used for a time, then dumped into municipal landfills across America
where it pollutes peoples' drinking water? This is the important
question--not the reduction of "wastes" at the Toms River Plant.

Another example that INFORM lauds is a decision by USS Chemicals to
upgrade the quality of two million pounds of diphenylamine (DPA) waste
(annually) so that "now, instead of being burned as waste, as was
originally planned, DPA is sold as a product," INFORM reports
approvingly. INFORM does not identify DPA as a hazardous chemical but
Irving Sax flags DPA as a cause of birth defects and cancer in
laboratory animals. Furthermore it is a hazard to the community in
which it is stored because when heated (as in a fire) it emits "highly
toxic fumes," Sax says. It may be laudable not to "waste" DPA, but the
more important questions are: is DPA being shipped to customers all
across America where it then can harm workers and consumers and
community residents? And shouldn't DPA be phased out in favor of less
dangerous alternatives? These questions INFORM does not ask.

The Congressional Office of Technology Assessment (OTA) suffers from
the same syndrome: their thinking is restricted to solving the problem
of manufacturing wastes, instead of trying to reduce problems of
hazardous chemicals wherever they may show up. OTA has published two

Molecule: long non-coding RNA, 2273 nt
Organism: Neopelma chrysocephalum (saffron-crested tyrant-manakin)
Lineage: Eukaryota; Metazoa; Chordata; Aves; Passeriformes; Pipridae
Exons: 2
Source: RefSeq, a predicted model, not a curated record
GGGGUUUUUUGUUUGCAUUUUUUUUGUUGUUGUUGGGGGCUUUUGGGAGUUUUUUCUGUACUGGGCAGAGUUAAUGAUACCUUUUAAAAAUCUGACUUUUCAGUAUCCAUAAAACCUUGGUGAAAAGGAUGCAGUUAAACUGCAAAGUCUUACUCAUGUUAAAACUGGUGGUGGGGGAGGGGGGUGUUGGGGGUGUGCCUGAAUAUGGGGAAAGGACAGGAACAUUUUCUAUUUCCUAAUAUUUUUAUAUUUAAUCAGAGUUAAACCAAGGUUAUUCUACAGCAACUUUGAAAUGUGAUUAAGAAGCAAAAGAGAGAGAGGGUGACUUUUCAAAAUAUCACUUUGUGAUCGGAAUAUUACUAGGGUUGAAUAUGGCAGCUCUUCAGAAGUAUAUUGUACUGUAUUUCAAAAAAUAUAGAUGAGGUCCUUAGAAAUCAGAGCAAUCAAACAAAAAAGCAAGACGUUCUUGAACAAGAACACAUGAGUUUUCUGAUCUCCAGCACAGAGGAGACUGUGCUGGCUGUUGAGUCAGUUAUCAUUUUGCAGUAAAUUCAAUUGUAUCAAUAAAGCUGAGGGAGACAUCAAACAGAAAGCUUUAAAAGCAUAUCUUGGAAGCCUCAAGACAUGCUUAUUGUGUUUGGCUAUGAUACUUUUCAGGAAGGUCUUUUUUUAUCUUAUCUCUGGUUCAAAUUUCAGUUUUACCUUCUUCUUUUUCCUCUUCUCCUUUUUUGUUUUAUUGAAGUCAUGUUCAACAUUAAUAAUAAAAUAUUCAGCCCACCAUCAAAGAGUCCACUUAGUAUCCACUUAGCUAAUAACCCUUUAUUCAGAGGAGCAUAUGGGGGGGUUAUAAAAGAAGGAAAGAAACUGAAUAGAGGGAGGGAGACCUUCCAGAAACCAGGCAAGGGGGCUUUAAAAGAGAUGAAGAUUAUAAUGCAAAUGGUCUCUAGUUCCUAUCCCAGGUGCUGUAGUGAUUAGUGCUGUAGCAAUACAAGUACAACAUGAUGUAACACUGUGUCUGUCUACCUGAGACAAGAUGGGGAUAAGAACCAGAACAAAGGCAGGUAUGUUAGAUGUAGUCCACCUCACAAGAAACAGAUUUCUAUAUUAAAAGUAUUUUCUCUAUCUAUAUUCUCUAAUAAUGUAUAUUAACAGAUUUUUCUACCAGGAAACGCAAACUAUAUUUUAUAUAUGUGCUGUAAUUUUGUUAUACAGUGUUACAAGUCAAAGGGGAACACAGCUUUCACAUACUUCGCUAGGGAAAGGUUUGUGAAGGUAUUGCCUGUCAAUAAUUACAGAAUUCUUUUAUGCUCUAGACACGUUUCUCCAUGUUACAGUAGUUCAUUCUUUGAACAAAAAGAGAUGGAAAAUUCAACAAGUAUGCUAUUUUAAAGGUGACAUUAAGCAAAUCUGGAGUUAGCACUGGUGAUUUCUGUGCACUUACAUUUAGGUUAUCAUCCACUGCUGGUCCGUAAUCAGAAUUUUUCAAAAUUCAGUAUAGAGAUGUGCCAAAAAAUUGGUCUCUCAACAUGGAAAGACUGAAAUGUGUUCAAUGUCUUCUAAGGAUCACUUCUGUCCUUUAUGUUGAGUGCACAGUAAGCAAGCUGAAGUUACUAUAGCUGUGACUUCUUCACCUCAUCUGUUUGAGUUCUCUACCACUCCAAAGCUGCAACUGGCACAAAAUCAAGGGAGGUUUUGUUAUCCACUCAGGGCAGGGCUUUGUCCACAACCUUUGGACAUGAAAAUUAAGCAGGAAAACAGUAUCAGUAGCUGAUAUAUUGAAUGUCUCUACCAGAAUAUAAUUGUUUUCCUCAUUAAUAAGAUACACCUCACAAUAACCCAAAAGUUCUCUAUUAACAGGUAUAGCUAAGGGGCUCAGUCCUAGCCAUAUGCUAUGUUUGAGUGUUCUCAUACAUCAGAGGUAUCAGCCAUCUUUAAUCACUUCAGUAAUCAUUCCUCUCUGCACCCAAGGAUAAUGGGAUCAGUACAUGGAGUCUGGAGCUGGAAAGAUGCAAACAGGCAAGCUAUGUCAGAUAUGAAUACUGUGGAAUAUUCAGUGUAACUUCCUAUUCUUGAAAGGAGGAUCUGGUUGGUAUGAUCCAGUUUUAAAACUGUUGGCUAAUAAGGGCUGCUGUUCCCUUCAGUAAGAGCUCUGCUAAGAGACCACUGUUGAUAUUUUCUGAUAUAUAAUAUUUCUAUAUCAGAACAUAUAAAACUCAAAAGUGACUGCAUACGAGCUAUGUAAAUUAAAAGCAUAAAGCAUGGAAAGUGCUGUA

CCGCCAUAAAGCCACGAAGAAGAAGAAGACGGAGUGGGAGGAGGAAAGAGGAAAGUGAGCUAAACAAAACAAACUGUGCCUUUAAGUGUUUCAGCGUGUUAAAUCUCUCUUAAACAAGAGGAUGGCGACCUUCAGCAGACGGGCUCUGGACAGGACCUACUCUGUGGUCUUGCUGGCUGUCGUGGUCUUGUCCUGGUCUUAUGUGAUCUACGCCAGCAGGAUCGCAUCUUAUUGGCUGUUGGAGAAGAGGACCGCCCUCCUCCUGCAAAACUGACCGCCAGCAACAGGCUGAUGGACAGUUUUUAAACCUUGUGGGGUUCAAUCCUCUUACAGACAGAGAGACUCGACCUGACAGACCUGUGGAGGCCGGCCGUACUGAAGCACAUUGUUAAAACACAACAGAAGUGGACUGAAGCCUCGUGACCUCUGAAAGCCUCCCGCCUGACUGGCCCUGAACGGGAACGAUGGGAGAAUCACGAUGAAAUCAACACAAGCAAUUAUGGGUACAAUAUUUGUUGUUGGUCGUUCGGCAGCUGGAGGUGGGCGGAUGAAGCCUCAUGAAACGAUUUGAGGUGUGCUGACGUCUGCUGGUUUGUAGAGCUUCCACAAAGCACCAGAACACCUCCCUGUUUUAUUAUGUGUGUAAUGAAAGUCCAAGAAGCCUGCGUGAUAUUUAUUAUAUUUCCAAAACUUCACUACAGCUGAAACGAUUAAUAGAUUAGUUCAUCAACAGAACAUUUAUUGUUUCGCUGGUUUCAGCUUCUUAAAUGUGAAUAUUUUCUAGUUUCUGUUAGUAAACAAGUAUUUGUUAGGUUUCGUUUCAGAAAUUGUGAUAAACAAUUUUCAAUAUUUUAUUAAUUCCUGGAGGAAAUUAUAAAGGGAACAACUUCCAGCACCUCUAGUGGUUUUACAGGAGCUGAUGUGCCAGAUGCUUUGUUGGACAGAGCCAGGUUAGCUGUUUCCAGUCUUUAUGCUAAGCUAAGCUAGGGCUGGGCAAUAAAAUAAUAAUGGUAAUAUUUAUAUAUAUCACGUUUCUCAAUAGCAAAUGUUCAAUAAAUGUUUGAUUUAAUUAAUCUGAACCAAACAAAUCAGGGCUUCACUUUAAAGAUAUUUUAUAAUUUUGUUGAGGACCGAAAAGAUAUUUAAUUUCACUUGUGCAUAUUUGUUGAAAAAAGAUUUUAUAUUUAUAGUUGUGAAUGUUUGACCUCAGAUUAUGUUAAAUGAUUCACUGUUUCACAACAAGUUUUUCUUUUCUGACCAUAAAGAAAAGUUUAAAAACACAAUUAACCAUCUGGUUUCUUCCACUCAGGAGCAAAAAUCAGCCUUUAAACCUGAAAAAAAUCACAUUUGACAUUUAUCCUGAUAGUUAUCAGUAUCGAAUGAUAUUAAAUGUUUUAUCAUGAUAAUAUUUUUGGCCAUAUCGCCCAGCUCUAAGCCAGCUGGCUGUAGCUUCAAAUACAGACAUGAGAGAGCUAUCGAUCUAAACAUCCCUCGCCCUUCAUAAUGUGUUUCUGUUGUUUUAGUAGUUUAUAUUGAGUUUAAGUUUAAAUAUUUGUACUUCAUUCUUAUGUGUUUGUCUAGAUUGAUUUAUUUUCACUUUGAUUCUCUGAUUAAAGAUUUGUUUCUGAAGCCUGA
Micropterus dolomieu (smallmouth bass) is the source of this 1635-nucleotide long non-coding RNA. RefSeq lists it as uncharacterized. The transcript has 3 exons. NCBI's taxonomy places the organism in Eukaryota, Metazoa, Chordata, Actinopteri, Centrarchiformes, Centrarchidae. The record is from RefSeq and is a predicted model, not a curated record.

excellent studies of waste reduction. The first is SERIOUS REDUCTION OF
published in September, 1986, by the U.S. Government Printing Office
(USGPO; document No. 052-003-01048-8; $12.00) and their brand new one,
also available from USGPO ($2.75; document No. 052-003-01071-2). Order
them both by phone from USGPO: (202) 783-3238 and pay by Visa, Choice,
or Mastercard.

The new OTA report reveals that the agency with real clout in these
matters, the U.S. Environmental Protection Agency (EPA), has not begun
to think about these problems except in a thoroughly muddled way.

But even the OTA itself, which does think straight, gives 54 pages of
facts and arguments promoting waste reduction, but only a single
sentence to the idea that "toxics use reduction," not waste reduction,
could be our national goal. "Toxics use reduction is rapidly becoming a
broadly supported concept," says OTA (p. 49) but OTA does not then
recommend it to Congress for policy consideration; OTA recommends only
waste reduction.

By OTA's thinking and by INFORM's thinking, if we could just make
hazardous products without making any hazardous wastes at the
manufacturing site, we could stop thinking about these problems.
Obviously this is nonsense. Where do hazardous products go? They affect
workers, then go into our homes, where they cause indoor air pollution
(a more serious problem than is yet generally recognized), then they go
into landfills where they contribute to water pollution (and even air
pollution). Many local governments are now trying to set up municipal
incinerators to turn discarded consumer products into new forms of air
pollution and toxic ash at great public expense. Does this make sense?

It seems that the only people seriously addressing the fundamental
problems of toxics are members of the grass roots environmental
movement. For example, Sanford Lewis at the National Campaign Against
Toxic Hazards, Box 522, Bedford, MA 01730 can send you model
legislation on "toxics use reduction" that the Campaign is advocating
in several states. Phone them at (617) 482-1477.

--Peter Montague


Descriptor terms: toxics use reduction; inform, inc; waste reduction;
waste minimization; pollution prevention; ota; nj; ciba-geigy;
chromium; carcinogens; cancer; drinking water;